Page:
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Very recently, US President Obama hosted the largest ever gathering of African Heads of States and business leaders in Washington, D.C. The effort goes to show the seriousness with which his administration sees the need for a “reset” in US-Africa relations. Many economic and political analysts comment President Obama’s effort as long overdue. They argued that, it should have been among his first-term priorities, especially in view of the expectations that were created by his historic election victory in 2008.
Most African political and business elites on the other hand thought he would put their continent first. They argued that, this time is not for the “old Africa game”. This simply put, the Africa of yesterday is not the Africa of today. Forget the fast dissipating shadow of Africa riddled with stories of famine, war and thuggish dictators, even its economic rise over the past two decades is no longer news.
According to the African Development Bank, in the decade from 2003, the region’s output expanded by over 5 percent a year, in spite of a protracted slowdown in many of its biggest export markets. The Bank is projecting even faster growth of 6.4 percent this year. At this rate, the continent’s economy would double in size before 2030. No wonder foreign investors are looking to cater to the growing African market. Even more important, intra-African investment, an event long awaited to create more growth across the continent, is expanding led by companies such as South Africa’s Massmart and Nigeria’s Dangote Group.
Alongside all this optimism, however, there is also growing disquiet. Can Africa maintain its current growth? The likely answer is: not without sufficient structural transformation.
In Africa’s case, sufficient structural transformation requires shifting employment and resources out of traditional farming towards higher-productivity agriculture, manufacturing and services. As elsewhere, structural transformation is about boosting people’s skills and firms’ technological capabilities. To succeed, this effort must be backed by nimble, more effective public institutions. If and when those elements fall into place, then transformation makes growth resilient and hence durable.
Industrialisation, properly thought of, is a big part of that structural transformation. The word might still evoke images of cavernous factories and multinational corporations, but the fact is that industrialisation is by no means just about manufacturing or large companies.
Manufacturing today is about value addition. It interacts with the rest of the economy, both upstream with regard to energy and raw materials and downstream, with distribution, logistics, environmental and financial services. Economies around the world succeed because of their ability to build backward and forward links between the various sectors of the given country’s economy as well as doing so across borders. Independent of the level of economic development, this is the key to successful structural transformation. It applies to countries such as Germany, France and Italy just as much as to any African country.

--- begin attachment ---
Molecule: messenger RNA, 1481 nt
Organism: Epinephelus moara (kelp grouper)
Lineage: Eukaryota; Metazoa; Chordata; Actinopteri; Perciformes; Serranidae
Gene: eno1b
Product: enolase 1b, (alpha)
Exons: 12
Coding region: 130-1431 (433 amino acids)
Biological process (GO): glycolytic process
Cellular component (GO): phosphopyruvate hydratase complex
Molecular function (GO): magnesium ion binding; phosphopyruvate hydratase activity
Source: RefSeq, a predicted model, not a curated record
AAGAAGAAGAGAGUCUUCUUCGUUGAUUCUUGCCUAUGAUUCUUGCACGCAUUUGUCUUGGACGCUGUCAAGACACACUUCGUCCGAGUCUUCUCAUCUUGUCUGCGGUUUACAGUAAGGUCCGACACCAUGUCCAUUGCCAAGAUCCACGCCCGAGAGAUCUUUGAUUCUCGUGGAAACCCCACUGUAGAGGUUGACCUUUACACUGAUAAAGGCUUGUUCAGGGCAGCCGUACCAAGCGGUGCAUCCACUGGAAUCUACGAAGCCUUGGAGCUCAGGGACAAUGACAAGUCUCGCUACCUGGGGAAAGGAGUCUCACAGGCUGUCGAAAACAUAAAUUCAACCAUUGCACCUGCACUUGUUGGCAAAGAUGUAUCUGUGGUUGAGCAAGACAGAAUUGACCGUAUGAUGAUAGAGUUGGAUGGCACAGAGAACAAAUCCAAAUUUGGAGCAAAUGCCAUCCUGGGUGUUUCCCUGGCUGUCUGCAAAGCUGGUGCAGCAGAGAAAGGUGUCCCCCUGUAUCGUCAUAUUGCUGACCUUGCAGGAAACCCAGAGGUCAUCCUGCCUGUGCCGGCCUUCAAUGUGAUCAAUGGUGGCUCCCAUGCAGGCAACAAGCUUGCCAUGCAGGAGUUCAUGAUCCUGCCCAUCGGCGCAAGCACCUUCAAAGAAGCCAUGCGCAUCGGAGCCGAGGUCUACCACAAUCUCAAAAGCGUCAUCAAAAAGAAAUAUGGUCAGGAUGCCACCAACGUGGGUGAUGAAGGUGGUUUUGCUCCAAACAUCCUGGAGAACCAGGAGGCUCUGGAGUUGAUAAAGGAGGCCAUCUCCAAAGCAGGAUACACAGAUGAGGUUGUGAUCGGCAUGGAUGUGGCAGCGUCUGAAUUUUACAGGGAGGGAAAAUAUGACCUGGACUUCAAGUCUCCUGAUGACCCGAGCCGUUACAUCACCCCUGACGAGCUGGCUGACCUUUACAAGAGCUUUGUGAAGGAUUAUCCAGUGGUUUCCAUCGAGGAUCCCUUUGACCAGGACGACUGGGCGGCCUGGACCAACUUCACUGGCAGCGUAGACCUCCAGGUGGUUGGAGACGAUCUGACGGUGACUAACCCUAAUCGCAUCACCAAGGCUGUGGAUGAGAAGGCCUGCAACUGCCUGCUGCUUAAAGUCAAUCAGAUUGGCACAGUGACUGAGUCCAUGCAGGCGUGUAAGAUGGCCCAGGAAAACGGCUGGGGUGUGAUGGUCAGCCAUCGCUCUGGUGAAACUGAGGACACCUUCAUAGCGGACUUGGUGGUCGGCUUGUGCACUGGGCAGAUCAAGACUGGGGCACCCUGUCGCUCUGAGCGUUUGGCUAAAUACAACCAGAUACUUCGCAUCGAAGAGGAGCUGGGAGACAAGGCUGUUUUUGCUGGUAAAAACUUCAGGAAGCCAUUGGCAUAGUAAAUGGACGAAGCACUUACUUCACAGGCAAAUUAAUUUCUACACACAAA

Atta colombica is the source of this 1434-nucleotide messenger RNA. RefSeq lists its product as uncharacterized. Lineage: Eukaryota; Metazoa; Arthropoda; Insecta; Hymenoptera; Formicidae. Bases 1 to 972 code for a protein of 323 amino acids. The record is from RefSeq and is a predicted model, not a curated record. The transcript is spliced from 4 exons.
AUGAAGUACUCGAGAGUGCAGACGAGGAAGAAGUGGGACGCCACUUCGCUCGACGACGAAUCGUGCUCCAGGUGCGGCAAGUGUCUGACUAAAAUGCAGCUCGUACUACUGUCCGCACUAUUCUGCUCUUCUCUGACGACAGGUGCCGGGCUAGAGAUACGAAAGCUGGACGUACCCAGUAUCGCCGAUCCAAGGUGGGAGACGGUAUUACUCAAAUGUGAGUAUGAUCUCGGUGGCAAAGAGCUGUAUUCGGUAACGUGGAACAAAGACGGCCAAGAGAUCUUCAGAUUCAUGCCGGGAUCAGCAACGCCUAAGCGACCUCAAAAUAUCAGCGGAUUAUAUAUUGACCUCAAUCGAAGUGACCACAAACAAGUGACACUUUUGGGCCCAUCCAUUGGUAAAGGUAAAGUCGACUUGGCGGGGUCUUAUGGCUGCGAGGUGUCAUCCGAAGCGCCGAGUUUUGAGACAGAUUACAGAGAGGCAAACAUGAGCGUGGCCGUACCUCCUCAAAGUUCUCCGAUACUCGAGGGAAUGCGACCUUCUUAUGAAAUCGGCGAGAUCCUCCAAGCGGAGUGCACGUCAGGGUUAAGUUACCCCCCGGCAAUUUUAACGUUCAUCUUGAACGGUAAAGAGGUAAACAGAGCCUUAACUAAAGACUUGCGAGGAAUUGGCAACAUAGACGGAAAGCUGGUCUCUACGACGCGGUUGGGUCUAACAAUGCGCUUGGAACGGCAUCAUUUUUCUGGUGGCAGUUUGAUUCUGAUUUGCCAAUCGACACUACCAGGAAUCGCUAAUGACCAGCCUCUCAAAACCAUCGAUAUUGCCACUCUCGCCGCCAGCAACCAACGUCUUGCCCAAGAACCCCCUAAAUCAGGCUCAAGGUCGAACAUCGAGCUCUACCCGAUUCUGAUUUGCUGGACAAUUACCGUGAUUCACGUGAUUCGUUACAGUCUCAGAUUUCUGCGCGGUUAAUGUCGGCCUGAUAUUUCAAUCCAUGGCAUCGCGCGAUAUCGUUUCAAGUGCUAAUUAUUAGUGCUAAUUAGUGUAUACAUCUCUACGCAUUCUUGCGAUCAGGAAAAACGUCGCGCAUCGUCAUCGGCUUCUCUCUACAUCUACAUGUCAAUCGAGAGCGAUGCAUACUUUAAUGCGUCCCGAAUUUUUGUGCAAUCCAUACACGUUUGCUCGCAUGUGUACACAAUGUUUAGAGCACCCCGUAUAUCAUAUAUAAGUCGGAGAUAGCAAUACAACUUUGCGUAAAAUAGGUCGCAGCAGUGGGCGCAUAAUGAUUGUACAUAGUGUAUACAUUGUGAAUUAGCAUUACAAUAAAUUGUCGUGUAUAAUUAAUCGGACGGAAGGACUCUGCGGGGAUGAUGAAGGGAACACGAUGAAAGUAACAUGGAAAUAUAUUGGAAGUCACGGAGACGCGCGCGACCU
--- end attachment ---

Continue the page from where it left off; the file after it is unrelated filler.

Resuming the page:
In Africa’s case, a key aspect of industrialisation also concerns agriculture. The agro-processing sector in particular holds great promise for development in rural areas. Today, the prevailing approach is to operate on the basis of multi-country value chains. These integrate larger corporations with a myriad of micro, small and medium enterprises (MSMEs) across multiple sectors.
According to African Development Bank, in Africa, MSMEs account for over 80% of private enterprises. That level is indeed very similar to the structure of many European economies. Already the largest employment creators, particularly for women and youth, their importance will only increase.
How about human resource development? On education, the signs are promising. Recent OECD report revealed that, the percentage of Sub-Saharan African workers with a secondary school education is now around 40%. That is about the level where Mexico and Turkey were in the 1980s when they began the industrialisation processes that eventually propelled them to membership in the OECD. The way that education and technology are combining to drive innovation is evident from the apps being churned out by start-ups from Dakar to Nairobi. Even Silicon Valley has taken notice.
African governments are under no illusions. They know that most of the heavy lifting for structural transformation will have to be done by Africans themselves. But the international community can play a very valuable role in supporting productivity growth and employment in Africa. In its well-understood self-interest, it should look closely not just at whether, but how to integrate African firms into foreign markets. And for that the private sector will also have to take on a greater role in development efforts.
At this point, one of the most important issue of transformation is trade. Why does participation in trade matter? Tradable sectors tend to be more modern, and shifting economic activity towards them translates into making structural transformation a business and everyday reality.
For Africa, the realisation of prosperity, opportunity, health and sustainability requires healthy economic growth, sustained over decades. In the absence of structural transformation through smart industrialisation, growth is not likely to be possible. In historical terms, the African Union’s “Agenda 2063” aims for the right target. It is intended to allow the AU’s member countries to celebrate the centenaries of their independence in an economically integrated continent that is free of hunger and poverty-related disease, not to mention free of aid donors.